VIII. That your majestie give commande to your friends in England, that they should not vaunt, as if all was theire owne, and that they will call all others to an account; and the same injunction laid upon your friends with you; for should they doe thus, it would turne to your extreeme prejudice; for their is enow, that lye at the catch for such advantages. I doe use all possible meanes to repress such speeches, and will so continue, and to do all other things, that I apprehende may be serviceable to you.
IX. I humbly submitt, whether it be not expedient, that you may acquaint the two crownes with the proposalls, when they come to you, and seeme to advise with them what you shall doe therein. This they must take as a high civility, and soe thereby your majestie may ingage them to se articles performed, which will be of mighty advantage to you; for if hereafter these heere faile with you, they are strictly tyed in honour to see them performed, and your majesty righted; and feare you may have neede of such friends.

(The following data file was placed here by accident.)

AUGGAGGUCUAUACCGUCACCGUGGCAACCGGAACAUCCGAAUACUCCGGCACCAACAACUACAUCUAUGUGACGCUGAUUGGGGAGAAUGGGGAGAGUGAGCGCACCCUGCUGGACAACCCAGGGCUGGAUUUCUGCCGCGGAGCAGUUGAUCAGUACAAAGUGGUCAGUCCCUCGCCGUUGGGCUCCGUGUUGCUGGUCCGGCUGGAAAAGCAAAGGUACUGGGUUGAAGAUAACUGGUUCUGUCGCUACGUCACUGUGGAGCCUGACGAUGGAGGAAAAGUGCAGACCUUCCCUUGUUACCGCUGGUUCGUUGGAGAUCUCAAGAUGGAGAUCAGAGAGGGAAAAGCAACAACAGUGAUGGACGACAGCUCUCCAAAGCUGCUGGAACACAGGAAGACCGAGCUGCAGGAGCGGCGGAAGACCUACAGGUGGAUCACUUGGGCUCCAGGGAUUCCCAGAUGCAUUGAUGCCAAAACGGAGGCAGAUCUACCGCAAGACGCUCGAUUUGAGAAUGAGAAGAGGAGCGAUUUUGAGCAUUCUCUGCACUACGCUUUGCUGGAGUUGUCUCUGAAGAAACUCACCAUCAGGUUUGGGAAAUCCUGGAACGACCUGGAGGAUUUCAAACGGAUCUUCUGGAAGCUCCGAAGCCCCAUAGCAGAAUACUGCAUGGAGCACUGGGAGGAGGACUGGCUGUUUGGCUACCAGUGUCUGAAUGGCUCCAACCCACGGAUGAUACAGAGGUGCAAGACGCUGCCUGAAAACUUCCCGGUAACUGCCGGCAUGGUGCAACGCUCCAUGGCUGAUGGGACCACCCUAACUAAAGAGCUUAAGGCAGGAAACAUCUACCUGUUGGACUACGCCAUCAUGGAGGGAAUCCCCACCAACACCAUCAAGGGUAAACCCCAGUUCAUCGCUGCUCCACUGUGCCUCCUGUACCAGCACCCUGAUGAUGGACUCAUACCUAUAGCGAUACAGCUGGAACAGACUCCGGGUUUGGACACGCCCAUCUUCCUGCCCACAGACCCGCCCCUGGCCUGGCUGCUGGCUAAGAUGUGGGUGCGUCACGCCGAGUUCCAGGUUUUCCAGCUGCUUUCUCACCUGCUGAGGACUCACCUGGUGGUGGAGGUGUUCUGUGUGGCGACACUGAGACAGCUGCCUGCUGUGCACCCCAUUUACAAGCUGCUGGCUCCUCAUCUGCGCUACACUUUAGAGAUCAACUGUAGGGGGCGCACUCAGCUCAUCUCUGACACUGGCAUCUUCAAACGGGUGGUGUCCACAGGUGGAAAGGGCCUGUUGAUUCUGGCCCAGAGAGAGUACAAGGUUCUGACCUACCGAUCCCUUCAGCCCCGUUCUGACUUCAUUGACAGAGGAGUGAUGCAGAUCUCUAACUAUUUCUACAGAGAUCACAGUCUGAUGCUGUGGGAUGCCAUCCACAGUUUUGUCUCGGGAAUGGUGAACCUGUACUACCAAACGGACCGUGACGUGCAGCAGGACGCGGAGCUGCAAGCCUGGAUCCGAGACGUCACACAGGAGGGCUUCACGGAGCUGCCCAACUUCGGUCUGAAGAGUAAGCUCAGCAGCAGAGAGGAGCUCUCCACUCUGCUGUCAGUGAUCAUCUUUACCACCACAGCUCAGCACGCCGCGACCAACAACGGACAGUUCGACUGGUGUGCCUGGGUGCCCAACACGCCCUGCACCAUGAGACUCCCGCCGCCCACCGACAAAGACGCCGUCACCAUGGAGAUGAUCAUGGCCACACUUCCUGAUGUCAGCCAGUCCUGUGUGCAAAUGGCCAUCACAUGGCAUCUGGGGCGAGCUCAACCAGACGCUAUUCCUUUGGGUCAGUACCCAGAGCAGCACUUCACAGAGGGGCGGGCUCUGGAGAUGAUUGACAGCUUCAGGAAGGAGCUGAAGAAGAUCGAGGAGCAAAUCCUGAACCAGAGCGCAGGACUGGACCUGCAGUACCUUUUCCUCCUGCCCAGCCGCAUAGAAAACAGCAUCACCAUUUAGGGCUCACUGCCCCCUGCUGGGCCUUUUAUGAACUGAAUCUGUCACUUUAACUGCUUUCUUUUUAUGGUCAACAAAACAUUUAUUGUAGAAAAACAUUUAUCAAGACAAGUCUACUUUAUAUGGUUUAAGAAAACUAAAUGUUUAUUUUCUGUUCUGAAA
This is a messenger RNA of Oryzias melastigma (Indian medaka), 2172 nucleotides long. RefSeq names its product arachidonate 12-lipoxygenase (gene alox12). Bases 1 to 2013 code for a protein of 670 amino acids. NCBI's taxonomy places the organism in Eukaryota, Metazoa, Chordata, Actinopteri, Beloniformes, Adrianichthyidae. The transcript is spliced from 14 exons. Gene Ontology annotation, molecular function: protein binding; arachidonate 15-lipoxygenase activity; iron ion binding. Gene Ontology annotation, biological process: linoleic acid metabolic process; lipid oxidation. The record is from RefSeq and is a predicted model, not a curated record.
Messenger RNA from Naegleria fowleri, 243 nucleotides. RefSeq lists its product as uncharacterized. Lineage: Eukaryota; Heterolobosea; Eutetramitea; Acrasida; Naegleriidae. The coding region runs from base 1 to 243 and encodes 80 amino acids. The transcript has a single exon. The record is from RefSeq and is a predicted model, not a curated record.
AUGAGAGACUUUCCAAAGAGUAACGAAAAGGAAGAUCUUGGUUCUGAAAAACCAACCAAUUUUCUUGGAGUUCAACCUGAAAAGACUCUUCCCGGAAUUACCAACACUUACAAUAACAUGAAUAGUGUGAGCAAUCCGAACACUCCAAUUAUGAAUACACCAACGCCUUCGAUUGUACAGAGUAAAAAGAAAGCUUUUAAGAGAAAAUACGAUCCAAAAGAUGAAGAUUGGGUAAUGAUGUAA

X. That your majestie will be pleased to lett your concessions be only probationers, and be not ty'd to any, untill all be concluded; for els heereafter there may be advantage taken against you.
XI. Paradventure it may seeme strange to any, that he, that has the power to doe so great and meritorious an act, will leave it to be done by others: if it shall be said, that he has the will, but not the power with his armey, it is worthy of doubt, whether those, that will not ruled by him, will be by the succeeding assembly.
March 28. 1660.
Mr. Longland, agent at Leghorn, to secretary Thurloe.
Vol. lxvii. p. 301.